LTCC looks to cut from 2012-13 budget
Editor’s note: This story has been modified from the printed version. This version corrects the amount being cut, as well as provides more information about the reorganization.
Lake Tahoe Community College is looking to cut $890,000 from the projected 2012-13 budget by September by instituting an early retirement package, reorganizing departments and eventually cutting sections.
The college currently has a deficit of $1.6 million, and plans to cut $890,000 by September and cover the rest with reserves, according to Kindred Murillo, president and superintendent of LTCC
If Gov. Jerry Brown’s tax measure doesn’t pass in November, the college will have to plan for an additional $708,000 loss by next July, Murillo said.
“We’re looking at a very big reduction as far as our budget, and also what’s called a work-load reduction, which means the state is saying, ‘OK, we know we’re giving you less money, so you don’t have to serve as many students,'” LTCC Public Information Officer Christina Proctor.
But LTCC, like the state’s other 112 community colleges, is on an open-enrollment system, meaning the school has to accept everyone 18 years and older who applies. The only way to control enrollment is to limit classes, Proctor said.
Some community colleges have dropped all their summer sections to deal with the budget cuts, Proctor said. So far, LTCC administration has kept the cuts away from the classroom, but is already looking to cut classes starting in Fall 2013. The school has dropped 41 summer sections so far this year, but all these cancellations were due to light enrollment, she said.
In order to keep the cuts from affecting students, LTCC has looked to implement an early retirement package, reorganize the faculty and strengthen ties with the Lake Tahoe Unified School District.
“First off, we have the early retirement package because it’s a nice way to reduce costs without layoffs,” Murillo said. “We’re trying to work with the community to meet their needs.”
The college is also reorganizing various areas such as maintenance and operations and fiscal services, Murillo said. The reorganization entails not filling some vacated positions and creating new and different positions to reorganize the work, she said.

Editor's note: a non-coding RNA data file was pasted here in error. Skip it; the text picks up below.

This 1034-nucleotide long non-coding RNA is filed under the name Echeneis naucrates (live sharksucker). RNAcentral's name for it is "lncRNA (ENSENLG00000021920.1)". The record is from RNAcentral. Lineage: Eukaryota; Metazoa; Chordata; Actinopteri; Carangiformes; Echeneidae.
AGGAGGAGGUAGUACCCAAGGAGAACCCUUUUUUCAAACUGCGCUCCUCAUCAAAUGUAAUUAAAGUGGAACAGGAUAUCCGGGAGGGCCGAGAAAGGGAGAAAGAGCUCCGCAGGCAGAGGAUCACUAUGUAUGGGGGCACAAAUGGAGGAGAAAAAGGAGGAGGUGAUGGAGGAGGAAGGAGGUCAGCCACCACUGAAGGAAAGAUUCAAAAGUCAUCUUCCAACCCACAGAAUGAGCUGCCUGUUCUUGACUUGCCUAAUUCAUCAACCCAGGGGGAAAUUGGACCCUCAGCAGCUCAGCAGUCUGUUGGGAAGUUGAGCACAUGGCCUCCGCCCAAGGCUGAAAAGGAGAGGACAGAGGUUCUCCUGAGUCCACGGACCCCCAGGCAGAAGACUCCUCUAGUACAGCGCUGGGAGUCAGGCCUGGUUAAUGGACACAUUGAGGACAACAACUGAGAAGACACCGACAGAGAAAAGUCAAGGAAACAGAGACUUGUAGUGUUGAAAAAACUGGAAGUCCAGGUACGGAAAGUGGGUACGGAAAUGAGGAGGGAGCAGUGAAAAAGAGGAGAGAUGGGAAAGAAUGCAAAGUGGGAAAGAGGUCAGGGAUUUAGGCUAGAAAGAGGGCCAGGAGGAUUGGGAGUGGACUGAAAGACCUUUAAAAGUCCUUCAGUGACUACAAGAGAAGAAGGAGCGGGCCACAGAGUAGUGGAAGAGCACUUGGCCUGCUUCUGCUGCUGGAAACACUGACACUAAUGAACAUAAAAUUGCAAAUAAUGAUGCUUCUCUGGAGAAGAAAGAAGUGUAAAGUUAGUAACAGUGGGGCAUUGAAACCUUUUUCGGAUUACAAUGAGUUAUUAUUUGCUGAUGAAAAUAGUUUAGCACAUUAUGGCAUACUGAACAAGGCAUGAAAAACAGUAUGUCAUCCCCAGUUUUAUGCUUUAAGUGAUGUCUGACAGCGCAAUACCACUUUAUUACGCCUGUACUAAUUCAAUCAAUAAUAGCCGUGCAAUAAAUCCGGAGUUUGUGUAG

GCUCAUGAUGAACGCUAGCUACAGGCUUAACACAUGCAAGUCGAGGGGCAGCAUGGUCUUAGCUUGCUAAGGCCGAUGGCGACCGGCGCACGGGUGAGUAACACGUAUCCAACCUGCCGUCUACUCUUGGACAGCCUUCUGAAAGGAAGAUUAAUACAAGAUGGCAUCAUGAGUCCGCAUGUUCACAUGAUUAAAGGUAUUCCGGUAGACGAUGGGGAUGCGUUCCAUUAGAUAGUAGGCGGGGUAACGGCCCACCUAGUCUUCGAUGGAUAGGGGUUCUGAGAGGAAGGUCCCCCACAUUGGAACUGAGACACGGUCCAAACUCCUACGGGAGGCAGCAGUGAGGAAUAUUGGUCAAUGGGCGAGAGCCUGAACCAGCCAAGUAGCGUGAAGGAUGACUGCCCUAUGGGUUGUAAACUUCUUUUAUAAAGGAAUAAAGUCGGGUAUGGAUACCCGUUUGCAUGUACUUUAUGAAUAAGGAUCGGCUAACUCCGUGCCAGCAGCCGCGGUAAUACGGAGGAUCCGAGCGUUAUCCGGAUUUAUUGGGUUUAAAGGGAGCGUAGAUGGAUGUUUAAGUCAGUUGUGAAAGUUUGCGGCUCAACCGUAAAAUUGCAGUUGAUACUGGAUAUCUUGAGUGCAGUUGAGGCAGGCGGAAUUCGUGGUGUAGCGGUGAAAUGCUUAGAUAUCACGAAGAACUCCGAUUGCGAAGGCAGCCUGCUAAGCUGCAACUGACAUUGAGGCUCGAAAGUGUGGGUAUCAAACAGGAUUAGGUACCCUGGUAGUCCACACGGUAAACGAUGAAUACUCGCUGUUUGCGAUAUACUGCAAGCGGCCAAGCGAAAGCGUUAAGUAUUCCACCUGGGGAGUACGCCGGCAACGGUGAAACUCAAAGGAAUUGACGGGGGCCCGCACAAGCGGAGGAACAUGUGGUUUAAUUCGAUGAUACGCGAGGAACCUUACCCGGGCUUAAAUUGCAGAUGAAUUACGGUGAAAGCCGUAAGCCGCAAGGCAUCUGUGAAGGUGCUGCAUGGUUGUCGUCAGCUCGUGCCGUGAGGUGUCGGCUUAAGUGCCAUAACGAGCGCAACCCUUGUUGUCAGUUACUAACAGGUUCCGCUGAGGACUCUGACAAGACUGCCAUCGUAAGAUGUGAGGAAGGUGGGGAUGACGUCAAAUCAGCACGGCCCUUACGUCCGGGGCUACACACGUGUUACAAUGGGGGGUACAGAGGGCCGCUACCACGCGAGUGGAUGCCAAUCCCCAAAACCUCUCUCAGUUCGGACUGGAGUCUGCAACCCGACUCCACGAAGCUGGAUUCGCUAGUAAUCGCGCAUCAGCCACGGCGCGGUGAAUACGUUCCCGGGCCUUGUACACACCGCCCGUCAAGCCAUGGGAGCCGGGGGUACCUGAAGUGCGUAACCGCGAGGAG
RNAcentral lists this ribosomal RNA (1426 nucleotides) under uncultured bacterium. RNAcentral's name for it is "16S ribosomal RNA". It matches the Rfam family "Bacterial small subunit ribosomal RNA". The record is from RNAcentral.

“The ultimate goal is to get a cost savings by not filling positions but finding better and more effective ways to get the work accomplished,” Murillo stated Saturday in an email. “In some cases we are having to determine what we are not going to continue doing. The state has made it impossible for us to continue operating the same way.”
This is all part of the bigger picture affecting community colleges across the state. According to the California Community Colleges Chancellor’s Office, community college budgets have been cut by $809 million – or 12 percent – in the past four years. The San Francisco Chronicle reported last Wednesday that the City College of San Francisco, the state’s largest community college, could close in eight months.
If the November tax initiative passes, it could staunch some of this bleeding, with a $213 million infusion for 2012-13 fiscal year, according to the chancellor’s office. But the Public Policy Institute of California published a report on 1 June stating that just 41 percent of adults support the proposal to raise state sales tax and vehicle registration fees.
“Right now polls aren’t suggesting that Californians will say, ‘Yes, we will pay more taxes.’ It’s like how to plan your budget on all these uncertainties,” Proctor said. “The college is trying to reorganize, knowing that the California state situation is probably not going to turn around in the next year.”
When the California community colleges were first established in the 1960s, they were free. The idea was to make higher education available to everyone, Proctor said. With tuition skyrocketing across the country, community colleges present an alternative to many students, but budget cuts in California and across the country might affect the foundations of the whole system.